The investment, announced today by Culture Secretary Maria Miller, will help them transform into ‘super-connected cities’. By offering high-tech and digital companies the infrastructure they need, the cities will be able to compete for business, investment and jobs with the world’s top digital cities.
The four UK capital cities along with Birmingham, Bristol, Leeds & Bradford, Newcastle and Manchester will share the funding. It will help provide businesses with ultrafast broadband (at least 80-100Mbps) and well as high speed wireless Internet access.
The allocations to each city are:
- Belfast £13.7m
- Birmingham £10m
- Bristol £11.3m
- Cardiff £11m
- Edinburgh £10.7m
- Leeds & Bradford (joint bid) £14.4m
- London £25m
- Manchester £12m
- Newcastle £6m
Culture Secretary Maria Miller said: “Fast broadband is essential for growth, and is key to the country’s economic future. These ten cities have produced ambitious and comprehensive plans, which will turn them into digital leaders, and give their local economies a real boost. The new investment will help put these cities at the centre of the digital stage, competing for jobs and investment with the best in the world.”
The Government is transforming the UK’s digital infrastructure as a key driver of jobs and economic growth. It is investing a total of £830 million in delivering the best broadband in Europe and extending mobile coverage.
Today’s allocations follow an announcement by the Culture Secretary last week of plans to rip up the planning red tape that is delaying the roll-out of superfast broadband around the country.
The ten cities’ plans include taking ultrafast broadband access to around an extra 230,000 residential and 55,000 business premises as well as high speed wireless to even more. All the plans are due to be delivered by 2015.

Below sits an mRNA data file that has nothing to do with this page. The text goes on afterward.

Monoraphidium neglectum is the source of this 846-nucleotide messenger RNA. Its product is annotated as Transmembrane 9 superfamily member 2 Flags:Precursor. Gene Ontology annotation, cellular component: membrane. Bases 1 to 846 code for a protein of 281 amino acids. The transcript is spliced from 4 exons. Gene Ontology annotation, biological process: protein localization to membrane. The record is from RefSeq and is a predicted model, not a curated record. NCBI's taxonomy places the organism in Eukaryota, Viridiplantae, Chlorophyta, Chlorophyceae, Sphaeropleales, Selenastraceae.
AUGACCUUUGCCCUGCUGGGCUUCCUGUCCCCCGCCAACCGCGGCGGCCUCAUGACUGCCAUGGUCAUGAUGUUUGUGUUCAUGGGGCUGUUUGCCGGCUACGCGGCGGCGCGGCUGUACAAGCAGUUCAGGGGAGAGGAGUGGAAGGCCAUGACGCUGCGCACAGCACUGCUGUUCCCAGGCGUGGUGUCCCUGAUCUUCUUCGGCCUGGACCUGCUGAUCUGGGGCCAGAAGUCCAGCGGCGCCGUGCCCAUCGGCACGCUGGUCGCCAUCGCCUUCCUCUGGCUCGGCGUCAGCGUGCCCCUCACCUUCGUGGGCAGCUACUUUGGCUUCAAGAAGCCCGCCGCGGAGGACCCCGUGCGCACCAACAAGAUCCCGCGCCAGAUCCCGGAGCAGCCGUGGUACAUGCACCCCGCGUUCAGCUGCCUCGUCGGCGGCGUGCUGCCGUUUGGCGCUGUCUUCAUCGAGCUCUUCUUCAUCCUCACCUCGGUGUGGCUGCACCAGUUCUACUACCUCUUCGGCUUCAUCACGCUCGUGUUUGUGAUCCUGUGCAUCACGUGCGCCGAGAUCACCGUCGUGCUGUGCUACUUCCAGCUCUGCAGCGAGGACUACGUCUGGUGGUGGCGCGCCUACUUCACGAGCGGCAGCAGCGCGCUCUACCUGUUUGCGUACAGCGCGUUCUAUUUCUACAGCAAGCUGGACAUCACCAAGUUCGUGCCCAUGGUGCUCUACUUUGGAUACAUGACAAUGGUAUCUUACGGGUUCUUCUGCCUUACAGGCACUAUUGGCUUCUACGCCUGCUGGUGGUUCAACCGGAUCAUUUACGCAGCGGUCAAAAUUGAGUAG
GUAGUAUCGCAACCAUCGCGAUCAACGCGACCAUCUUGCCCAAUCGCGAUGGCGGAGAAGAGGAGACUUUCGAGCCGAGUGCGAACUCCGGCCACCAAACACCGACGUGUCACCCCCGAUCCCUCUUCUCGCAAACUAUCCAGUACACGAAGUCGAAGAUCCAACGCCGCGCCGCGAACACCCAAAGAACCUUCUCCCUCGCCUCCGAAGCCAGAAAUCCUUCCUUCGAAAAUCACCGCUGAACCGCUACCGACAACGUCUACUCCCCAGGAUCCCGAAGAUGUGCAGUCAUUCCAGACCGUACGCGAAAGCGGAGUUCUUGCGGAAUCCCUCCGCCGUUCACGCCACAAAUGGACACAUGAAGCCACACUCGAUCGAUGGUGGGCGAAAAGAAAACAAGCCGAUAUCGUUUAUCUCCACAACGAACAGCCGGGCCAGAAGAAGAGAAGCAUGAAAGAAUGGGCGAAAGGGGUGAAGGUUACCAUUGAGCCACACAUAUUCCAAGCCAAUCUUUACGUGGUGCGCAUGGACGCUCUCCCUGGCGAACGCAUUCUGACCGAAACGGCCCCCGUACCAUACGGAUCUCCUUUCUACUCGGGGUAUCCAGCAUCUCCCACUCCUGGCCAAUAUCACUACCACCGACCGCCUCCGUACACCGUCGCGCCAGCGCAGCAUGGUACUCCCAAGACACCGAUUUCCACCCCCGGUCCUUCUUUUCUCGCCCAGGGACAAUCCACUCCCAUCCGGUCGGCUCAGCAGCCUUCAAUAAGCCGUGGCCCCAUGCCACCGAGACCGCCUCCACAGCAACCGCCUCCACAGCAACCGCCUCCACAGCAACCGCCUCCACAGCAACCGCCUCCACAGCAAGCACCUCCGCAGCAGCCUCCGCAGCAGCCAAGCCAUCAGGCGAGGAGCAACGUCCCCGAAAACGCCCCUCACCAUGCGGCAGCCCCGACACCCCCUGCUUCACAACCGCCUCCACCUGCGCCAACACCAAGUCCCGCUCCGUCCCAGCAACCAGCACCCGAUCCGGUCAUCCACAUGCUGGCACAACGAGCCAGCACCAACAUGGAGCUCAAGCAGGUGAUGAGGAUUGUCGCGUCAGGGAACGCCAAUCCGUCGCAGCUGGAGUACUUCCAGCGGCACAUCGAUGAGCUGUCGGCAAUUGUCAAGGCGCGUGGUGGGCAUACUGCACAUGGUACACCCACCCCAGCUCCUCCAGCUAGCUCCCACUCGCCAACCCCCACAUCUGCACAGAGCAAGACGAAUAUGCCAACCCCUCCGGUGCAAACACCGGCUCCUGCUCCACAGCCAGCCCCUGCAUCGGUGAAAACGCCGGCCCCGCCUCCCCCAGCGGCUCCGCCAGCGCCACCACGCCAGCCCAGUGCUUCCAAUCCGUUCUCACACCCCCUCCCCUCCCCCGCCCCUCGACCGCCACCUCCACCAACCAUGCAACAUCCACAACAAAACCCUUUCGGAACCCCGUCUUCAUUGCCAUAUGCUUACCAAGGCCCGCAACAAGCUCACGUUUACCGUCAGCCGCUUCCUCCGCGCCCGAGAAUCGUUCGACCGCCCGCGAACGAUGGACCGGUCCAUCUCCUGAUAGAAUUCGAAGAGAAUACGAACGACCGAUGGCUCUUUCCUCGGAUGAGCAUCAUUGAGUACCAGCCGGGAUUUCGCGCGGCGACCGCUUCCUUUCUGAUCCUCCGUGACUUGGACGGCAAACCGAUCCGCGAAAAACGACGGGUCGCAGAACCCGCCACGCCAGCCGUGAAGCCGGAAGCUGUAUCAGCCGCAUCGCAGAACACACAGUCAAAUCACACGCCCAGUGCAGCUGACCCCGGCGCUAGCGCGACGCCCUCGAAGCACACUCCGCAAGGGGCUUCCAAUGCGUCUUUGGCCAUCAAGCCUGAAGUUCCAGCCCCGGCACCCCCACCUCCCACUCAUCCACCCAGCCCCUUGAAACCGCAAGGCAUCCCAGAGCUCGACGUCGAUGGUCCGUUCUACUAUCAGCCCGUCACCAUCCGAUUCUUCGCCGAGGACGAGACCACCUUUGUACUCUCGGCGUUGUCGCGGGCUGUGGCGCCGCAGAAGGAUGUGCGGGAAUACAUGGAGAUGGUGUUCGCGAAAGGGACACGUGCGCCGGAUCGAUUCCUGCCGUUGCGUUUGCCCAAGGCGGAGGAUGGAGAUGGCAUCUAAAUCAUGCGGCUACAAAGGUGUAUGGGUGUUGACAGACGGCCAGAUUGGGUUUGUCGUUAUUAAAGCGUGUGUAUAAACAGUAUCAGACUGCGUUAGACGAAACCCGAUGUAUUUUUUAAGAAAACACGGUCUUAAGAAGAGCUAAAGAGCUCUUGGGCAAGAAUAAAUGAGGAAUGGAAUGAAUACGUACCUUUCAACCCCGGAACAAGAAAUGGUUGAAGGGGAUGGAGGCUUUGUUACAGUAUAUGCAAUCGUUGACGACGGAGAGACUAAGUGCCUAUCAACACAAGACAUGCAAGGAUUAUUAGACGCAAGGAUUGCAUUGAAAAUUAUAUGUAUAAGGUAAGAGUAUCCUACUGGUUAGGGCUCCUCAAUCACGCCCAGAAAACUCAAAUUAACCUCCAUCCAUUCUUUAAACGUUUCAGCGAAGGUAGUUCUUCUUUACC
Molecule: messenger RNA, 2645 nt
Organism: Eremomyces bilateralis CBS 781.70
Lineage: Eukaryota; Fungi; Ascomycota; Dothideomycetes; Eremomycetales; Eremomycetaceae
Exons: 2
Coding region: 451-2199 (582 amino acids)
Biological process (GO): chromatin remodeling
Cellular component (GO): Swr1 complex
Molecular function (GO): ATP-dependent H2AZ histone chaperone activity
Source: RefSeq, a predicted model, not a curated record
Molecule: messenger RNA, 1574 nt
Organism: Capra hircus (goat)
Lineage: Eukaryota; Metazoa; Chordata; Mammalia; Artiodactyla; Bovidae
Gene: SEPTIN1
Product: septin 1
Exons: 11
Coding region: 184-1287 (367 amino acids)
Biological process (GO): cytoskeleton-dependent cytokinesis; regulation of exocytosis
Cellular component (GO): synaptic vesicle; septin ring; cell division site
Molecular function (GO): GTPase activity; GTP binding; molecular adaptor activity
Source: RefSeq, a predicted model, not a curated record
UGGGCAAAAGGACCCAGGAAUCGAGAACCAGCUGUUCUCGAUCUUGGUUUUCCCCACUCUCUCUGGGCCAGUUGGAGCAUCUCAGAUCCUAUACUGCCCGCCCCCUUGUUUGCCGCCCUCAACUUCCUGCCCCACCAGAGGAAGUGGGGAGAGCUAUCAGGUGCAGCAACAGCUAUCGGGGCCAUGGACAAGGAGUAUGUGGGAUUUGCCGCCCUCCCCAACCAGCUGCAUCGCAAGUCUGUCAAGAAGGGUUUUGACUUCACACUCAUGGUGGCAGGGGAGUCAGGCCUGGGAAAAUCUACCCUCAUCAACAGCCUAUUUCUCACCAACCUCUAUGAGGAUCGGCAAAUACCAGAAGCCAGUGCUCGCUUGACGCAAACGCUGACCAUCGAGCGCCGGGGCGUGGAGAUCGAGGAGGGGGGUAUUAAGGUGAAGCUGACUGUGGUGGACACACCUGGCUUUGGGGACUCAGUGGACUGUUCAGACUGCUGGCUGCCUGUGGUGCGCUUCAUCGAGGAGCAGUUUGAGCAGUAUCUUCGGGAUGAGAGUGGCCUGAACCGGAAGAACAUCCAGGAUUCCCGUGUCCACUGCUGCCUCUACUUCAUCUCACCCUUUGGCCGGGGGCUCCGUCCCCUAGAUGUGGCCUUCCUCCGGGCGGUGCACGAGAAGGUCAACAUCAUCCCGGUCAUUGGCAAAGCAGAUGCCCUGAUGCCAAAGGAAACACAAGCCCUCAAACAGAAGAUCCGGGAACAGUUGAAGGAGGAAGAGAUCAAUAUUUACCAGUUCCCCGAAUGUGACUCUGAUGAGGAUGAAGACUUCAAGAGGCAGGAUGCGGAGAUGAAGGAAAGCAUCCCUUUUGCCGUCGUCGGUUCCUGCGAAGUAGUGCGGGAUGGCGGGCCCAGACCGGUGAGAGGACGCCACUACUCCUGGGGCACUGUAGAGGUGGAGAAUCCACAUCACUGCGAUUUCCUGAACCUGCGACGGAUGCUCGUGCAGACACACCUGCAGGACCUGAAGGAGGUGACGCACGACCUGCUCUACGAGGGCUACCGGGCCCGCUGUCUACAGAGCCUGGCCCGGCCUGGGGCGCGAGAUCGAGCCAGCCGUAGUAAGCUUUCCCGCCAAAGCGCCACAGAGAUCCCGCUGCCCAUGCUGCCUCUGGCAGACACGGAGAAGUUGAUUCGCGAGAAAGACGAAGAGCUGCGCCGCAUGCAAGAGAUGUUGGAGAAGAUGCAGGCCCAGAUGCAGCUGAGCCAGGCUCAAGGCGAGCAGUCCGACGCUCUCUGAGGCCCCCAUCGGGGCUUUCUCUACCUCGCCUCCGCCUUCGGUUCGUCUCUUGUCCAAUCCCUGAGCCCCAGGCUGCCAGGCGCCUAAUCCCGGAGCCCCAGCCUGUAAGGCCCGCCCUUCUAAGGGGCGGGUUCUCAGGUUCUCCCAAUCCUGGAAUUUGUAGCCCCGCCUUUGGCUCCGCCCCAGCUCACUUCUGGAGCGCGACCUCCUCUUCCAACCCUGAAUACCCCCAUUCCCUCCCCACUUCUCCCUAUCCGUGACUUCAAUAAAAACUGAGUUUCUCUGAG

The names of the ten cities, along with indicative allocations, were announced in this year’s Budget following a competition. Today’s announcement sets out the amount of Government investment allocated to each city. The cities are all required to provide additional resources towards the project.
A second super-connected city fund was also announced in the Budget, which will see around a further £50 million shared between ten smaller cities.
Notes to Editors
The total sum allocated to the 10 cities is £114.1 million, which exceeds the £100 million originally allocated to the first round of the super-connected fund. We expect to manage the costs within the overall £830 million available for broadband.
A total of 14 cities were eligible to apply for the first round of super-connected city funding. They were the four capitals, the eight English core cities and other cities with more than 150,000 dwellings - Belfast, Cardiff, Edinburgh, London, Birmingham, Bristol, Leeds, Liverpool, Manchester, Newcastle, Nottingham, Sheffield, Bradford and Glasgow. The successful cities, along with an indicative range of allocations, were announced in this year’s Budget.
The Government wants the UK to have the best broadband network in Europe by 2015 and the fastest of any major European country. The Comprehensive Spending Review allocated £530 million for investing in broadband over this Parliament. The funding for super-connected cities is additional investment. A further £150 million is being invested in extending mobile coverage to areas of the UK that currently have no mobile coverage.
The second round of super-connected funding is open to cities with a Royal Charter and more than 45,000 homes and businesses, or more than 35,000 homes and businesses in Northern Ireland. The eligible cities are Aberdeen, Brighton & Hove, Cambridge, Chelmsford, Coventry, Derby, Dundee, Exeter, Gloucester, Kingston upon Hull, Leicester, Londonderry / Derry, Newport, Norwich, Oxford, Perth, Peterborough, Plymouth, Portsmouth, Preston, Salford, Southampton, Stoke-on-Trent, Sunderland, Swansea, Wolverhampton and York.
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